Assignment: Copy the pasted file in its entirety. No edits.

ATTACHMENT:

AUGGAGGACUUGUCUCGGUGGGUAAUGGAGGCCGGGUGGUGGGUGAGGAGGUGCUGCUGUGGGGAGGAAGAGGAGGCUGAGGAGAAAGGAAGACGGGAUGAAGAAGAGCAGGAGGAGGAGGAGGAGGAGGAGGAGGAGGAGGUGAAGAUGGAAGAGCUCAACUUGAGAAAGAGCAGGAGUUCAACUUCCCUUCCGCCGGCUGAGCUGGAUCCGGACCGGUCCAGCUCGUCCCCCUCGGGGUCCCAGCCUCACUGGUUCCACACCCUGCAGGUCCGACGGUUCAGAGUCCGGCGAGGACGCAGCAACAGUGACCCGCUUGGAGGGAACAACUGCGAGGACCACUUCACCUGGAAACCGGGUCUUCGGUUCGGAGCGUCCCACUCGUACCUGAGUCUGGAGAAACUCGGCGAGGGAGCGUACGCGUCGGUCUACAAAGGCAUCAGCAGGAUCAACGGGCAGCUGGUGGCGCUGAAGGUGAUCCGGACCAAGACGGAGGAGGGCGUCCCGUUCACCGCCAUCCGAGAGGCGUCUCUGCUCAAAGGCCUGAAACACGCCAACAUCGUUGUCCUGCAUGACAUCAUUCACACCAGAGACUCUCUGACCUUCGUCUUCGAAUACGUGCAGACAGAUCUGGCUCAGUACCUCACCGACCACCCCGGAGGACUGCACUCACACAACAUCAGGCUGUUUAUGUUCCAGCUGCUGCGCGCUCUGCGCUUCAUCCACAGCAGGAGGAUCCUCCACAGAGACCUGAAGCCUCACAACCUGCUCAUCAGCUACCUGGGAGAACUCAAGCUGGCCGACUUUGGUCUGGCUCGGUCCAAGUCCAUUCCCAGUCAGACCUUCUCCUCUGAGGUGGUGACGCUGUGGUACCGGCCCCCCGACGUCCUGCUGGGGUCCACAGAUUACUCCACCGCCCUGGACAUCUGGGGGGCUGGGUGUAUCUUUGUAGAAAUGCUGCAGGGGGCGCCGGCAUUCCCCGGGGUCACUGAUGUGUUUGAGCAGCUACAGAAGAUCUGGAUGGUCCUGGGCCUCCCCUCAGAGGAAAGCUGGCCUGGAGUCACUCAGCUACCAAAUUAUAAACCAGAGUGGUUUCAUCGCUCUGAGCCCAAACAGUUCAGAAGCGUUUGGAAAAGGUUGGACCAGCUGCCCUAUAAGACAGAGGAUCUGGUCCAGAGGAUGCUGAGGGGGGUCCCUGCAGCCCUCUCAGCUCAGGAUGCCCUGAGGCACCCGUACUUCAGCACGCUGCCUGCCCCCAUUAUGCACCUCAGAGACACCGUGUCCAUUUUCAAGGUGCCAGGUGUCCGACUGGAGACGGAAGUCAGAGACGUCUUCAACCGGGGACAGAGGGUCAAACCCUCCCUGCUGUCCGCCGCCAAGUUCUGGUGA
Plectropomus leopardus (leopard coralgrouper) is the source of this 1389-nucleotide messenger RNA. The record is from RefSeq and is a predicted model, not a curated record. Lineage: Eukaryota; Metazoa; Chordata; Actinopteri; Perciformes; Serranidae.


AUGGAGGACUUGUCUCGGUGGGUAAUGGAGGCCGGGUGGUGGGUGAGGAGGUGCUGCUGUGGGGAGGAAGAGGAGGCUGAGGAGAAAGGAAGACGGGAUGAAGAAGAGCAGGAGGAGGAGGAGGAGGAGGAGGAGGAGGAGGUGAAGAUGGAAGAGCUCAACUUGAGAAAGAGCAGGAGUUCAACUUCCCUUCCGCCGGCUGAGCUGGAUCCGGACCGGUCCAGCUCGUCCCCCUCGGGGUCCCAGCCUCACUGGUUCCACACCCUGCAGGUCCGACGGUUCAGAGUCCGGCGAGGACGCAGCAACAGUGACCCGCUUGGAGGGAACAACUGCGAGGACCACUUCACCUGGAAACCGGGUCUUCGGUUCGGAGCGUCCCACUCGUACCUGAGUCUGGAGAAACUCGGCGAGGGAGCGUACGCGUCGGUCUACAAAGGCAUCAGCAGGAUCAACGGGCAGCUGGUGGCGCUGAAGGUGAUCCGGACCAAGACGGAGGAGGGCGUCCCGUUCACCGCCAUCCGAGAGGCGUCUCUGCUCAAAGGCCUGAAACACGCCAACAUCGUUGUCCUGCAUGACAUCAUUCACACCAGAGACUCUCUGACCUUCGUCUUCGAAUACGUGCAGACAGAUCUGGCUCAGUACCUCACCGACCACCCCGGAGGACUGCACUCACACAACAUCAGGCUGUUUAUGUUCCAGCUGCUGCGCGCUCUGCGCUUCAUCCACAGCAGGAGGAUCCUCCACAGAGACCUGAAGCCUCACAACCUGCUCAUCAGCUACCUGGGAGAACUCAAGCUGGCCGACUUUGGUCUGGCUCGGUCCAAGUCCAUUCCCAGUCAGACCUUCUCCUCUGAGGUGGUGACGCUGUGGUACCGGCCCCCCGACGUCCUGCUGGGGUCCACAGAUUACUCCACCGCCCUGGACAUCUGGGGGGCUGGGUGUAUCUUUGUAGAAAUGCUGCAGGGGGCGCCGGCAUUCCCCGGGGUCACUGAUGUGUUUGAGCAGCUACAGAAGAUCUGGAUGGUCCUGGGCCUCCCCUCAGAGGAAAGCUGGCCUGGAGUCACUCAGCUACCAAAUUAUAAACCAGAGUGGUUUCAUCGCUCUGAGCCCAAACAGUUCAGAAGCGUUUGGAAAAGGUUGGACCAGCUGCCCUAUAAGACAGAGGAUCUGGUCCAGAGGAUGCUGAGGGGGGUCCCUGCAGCCCUCUCAGCUCAGGAUGCCCUGAGGCACCCGUACUUCAGCACGCUGCCUGCCCCCAUUAUGCACCUCAGAGACACCGUGUCCAUUUUCAAGGUGCCAGGUGUCCGACUGGAGACGGAAGUCAGAGACGUCUUCAACCGGGGACAGAGGGUCAAACCCUCCCUGCUGUCCGCCGCCAAGUUCUGGUGA
Plectropomus leopardus (leopard coralgrouper) is the source of this 1389-nucleotide messenger RNA. The record is from RefSeq and is a predicted model, not a curated record. Lineage: Eukaryota; Metazoa; Chordata; Actinopteri; Perciformes; Serranidae.